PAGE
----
• American Cider

American Cider

American Cider

( from 3 reviews )
  • Author
    Dan Pucci
  • Publisher
    Ballantine Books
  • Publication date
    02 March 2021

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Book Detail

  • Book Title

    American Cider

  • Author

    Dan Pucci

  • Date Published

    02 March 2021

  • Publisher

    Ballantine Books

  • Pages

    368 pages

  • ISBN

    9781984820907

Book Description

“Not just a thorough guide to the history of apples and cider in this country but also an inspiring survey of the orchardists and cidermakers devoting their lives to sustainable agriculture through apples.”—Alice Waters
 
“Pucci and Cavallo are thorough and enthusiastic chroniclers, who celebrate cider’s pomologists and pioneers with infectious curiosity and passion.”—Bianca Bosker, New York Times bestselling author of Cork Dork

Cider today runs the gamut from sweet to dry, smooth to funky, made from apples and sometimes joined by other fruits—and even hopped like beer. In American Cider, aficionados Dan Pucci and Craig Cavallo give a new wave of consumers the tools to taste, talk about, and choose their ciders, along with stories of the many local heroes saving apple culture and producing new varieties. Like wine made from well-known grapes, ciders differ based on the apples they’re made from and where and how those apples were grown. Combining the tasting tools of wine and beer, the authors illuminate the possibilities of this light, flavorful, naturally gluten-free beverage.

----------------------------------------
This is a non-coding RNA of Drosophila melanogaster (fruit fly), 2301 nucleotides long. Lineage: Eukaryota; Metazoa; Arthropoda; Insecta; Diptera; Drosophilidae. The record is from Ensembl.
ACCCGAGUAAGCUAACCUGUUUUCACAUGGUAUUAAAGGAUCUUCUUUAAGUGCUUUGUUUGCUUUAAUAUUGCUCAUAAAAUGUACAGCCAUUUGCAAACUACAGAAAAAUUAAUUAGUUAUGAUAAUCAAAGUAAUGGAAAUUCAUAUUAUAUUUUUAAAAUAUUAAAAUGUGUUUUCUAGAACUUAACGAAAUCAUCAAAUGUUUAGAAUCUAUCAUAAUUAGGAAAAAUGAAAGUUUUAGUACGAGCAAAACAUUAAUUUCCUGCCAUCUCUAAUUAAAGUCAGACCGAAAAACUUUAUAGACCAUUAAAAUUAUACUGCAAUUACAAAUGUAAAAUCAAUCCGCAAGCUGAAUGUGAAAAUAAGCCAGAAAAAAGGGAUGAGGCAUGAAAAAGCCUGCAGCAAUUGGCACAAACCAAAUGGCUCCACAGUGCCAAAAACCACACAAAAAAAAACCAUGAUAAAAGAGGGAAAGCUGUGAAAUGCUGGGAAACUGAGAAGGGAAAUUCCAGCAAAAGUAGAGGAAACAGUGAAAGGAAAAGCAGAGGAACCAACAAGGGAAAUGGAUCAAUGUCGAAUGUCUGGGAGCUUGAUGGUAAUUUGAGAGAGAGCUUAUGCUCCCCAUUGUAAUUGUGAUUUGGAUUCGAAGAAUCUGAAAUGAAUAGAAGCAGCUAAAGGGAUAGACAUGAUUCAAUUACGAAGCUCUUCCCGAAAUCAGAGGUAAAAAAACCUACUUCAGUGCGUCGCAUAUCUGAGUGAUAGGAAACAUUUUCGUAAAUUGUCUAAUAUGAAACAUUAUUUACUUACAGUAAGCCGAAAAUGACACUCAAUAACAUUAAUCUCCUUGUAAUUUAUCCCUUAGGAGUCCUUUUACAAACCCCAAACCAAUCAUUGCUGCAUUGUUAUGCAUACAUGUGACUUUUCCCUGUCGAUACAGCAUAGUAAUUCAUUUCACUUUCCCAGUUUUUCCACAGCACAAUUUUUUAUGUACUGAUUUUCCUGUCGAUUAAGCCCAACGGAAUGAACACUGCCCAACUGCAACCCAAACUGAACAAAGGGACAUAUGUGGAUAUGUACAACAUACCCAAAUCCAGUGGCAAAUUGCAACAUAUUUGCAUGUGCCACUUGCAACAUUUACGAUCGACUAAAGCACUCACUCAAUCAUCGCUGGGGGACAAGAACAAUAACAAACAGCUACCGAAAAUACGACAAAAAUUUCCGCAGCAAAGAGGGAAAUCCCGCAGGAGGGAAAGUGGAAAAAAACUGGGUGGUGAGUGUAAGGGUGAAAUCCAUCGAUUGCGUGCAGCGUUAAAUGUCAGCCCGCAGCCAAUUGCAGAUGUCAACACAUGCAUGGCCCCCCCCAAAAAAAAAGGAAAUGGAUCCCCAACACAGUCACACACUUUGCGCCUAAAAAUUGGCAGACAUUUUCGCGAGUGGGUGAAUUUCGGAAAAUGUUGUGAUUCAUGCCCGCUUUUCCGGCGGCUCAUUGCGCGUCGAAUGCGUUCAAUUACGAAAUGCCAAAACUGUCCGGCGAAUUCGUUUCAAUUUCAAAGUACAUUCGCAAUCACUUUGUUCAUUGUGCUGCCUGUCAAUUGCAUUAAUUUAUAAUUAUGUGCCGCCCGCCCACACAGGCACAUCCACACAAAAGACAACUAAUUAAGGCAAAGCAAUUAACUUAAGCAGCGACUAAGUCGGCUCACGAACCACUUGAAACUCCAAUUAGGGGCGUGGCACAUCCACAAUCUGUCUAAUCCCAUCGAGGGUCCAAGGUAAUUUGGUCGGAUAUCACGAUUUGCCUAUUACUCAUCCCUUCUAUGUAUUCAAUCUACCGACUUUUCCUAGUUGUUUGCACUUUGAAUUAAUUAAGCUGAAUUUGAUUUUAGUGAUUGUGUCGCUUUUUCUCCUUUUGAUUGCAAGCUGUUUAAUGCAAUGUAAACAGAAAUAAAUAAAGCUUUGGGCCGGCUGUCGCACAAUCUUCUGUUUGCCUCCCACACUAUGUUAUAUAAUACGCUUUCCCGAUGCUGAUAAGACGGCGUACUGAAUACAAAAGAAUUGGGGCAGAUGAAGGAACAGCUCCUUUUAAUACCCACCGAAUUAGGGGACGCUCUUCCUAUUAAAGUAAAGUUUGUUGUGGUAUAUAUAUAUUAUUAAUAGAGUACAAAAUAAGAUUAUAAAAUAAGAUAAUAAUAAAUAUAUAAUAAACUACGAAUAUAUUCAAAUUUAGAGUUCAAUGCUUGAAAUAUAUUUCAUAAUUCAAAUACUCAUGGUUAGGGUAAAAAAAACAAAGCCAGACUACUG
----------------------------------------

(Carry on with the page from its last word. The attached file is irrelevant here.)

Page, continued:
And cider is more than just its taste—it’s also historic, as the nation’s first popular alcoholic beverage, made from apples brought across the Atlantic from England. Pucci and Cavallo use a region-by-region approach to illustrate how cider and the apples that make it came to be, from the well-known tale of Johnny Appleseed—which isn’t quite what we thought—to the more surprising effects of industrial development and government policies that benefited white men. American Cider is a guide to enjoying cider, but even more so, it is a guide to being part of a community of consumers, farmers, and fermenters making the nation’s oldest beverage its newest must-try drink.

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